This stunning concert of Britten, Brahms and Poulenc provides a window into the souls of these remarkable artists.
Benjamin Britten’s Phantasy Quartet, composed when he was only 19, had a rather lukewarm reception when the BBC
broadcast it back in 1933, even though it won him the prestigious
Cobbett Prize the year before. The Times thought it, “did not build to a
satisfying whole”. But perhaps this misses the point. Seen in the
context of the English composer’s entire oeuvre, the work contains many
elements that would go on to define his singular genius.
Brahms was a particular influence on Britten, who claimed that, “at
the ages of 13 and 16 I knew every note of Beethoven and Brahms”. The
Piano Quartet No. 3 was written when Brahms was living with Clara
Schumann, helping her run the household while her husband, Brahms’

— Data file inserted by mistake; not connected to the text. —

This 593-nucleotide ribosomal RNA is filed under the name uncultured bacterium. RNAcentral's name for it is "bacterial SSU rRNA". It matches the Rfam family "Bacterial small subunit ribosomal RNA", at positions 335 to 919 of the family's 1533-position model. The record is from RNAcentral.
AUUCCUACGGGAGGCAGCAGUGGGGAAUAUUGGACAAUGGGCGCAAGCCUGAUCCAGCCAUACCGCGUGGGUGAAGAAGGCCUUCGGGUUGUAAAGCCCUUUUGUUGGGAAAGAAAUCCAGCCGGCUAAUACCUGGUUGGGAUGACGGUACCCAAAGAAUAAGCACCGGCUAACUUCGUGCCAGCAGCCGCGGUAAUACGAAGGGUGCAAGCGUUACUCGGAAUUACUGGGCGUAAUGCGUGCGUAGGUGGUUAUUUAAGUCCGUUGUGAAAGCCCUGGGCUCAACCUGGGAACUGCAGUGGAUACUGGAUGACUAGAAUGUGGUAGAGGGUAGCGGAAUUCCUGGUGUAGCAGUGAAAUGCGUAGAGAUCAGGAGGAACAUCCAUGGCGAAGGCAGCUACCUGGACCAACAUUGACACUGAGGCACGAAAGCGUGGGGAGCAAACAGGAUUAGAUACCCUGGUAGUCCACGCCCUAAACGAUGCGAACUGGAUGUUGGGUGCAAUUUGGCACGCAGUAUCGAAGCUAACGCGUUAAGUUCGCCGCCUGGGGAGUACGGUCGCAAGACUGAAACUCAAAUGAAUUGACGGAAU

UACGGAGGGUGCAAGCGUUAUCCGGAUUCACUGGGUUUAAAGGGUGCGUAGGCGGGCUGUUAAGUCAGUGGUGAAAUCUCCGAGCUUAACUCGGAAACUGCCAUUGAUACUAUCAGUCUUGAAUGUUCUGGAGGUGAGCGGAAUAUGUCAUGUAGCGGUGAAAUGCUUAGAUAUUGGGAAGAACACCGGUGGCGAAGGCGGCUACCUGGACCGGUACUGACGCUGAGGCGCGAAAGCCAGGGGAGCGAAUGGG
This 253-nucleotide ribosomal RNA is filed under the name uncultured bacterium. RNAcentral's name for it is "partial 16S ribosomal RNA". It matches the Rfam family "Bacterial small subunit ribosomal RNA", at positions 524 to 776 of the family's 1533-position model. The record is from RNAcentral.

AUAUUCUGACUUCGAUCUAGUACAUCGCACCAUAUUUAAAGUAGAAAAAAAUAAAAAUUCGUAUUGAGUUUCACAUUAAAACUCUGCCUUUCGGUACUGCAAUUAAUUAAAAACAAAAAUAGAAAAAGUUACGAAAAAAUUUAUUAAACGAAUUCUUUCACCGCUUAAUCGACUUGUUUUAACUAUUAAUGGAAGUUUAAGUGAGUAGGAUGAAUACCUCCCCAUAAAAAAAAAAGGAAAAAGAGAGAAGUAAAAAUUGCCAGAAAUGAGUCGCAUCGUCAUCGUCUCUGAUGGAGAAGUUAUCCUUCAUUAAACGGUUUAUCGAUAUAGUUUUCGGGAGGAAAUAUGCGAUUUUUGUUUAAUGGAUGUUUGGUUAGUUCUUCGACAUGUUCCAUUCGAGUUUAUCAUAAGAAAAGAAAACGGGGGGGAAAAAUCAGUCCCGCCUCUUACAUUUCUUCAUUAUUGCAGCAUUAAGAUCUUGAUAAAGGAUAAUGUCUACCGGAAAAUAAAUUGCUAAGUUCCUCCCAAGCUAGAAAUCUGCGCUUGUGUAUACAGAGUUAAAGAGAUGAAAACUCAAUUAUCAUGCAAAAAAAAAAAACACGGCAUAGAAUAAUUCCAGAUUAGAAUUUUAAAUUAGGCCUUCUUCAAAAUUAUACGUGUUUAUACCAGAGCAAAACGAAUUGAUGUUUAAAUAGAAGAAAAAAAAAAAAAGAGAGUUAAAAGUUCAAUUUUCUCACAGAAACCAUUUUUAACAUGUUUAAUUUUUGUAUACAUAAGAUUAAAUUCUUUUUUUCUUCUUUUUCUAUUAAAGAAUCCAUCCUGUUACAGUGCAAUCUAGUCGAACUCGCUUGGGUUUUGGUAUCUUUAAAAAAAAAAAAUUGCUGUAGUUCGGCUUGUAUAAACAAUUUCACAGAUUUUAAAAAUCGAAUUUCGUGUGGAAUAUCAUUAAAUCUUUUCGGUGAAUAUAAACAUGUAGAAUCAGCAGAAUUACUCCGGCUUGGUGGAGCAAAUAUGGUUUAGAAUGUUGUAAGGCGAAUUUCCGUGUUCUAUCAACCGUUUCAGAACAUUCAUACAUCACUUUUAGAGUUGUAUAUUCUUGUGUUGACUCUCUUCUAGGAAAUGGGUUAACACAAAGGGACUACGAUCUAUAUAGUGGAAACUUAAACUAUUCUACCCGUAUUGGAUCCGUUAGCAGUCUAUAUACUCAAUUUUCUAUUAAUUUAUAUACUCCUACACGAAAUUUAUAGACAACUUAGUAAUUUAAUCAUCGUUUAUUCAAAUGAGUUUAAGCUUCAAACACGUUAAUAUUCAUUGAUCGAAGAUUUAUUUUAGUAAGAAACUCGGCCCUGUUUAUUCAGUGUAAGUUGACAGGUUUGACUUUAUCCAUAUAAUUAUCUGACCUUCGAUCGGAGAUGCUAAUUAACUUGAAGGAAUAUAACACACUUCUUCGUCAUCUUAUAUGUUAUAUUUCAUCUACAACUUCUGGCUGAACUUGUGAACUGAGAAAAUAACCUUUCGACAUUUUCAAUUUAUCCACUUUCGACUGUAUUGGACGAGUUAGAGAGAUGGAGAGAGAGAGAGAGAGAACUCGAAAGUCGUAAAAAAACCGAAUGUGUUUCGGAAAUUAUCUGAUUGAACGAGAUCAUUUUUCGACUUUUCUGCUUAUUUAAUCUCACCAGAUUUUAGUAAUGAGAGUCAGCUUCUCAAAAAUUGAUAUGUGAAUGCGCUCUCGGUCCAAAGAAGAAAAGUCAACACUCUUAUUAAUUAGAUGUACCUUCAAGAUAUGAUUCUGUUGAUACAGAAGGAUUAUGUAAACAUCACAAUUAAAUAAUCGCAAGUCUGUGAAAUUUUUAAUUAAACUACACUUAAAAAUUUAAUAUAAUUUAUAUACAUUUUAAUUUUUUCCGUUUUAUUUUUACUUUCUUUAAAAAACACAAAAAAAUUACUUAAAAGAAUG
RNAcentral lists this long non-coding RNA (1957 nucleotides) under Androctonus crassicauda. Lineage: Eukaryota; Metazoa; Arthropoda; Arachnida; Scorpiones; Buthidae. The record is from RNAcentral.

mentor Robert Schumann was in an asylum. It is ostensibly dedicated to
Goethe, and his character Werther, though it’s possible to detect
Johannes’ feelings for Clara amid the work’s swirling Romanticism.
Rounding out this intimate concert is French composer Francis
Poulenc’s extraordinary Trio for oboe, bassoon and piano. It’s an
unusual combination of instruments, however they sound perfectly
matched. Effortlessly melodic and witty, it is a perfect demonstration
of the composer’s distinct style.
These three beautiful works give an intriguing insight into their
composers’ internal reflections, and together make a rich and revealing
morning of music.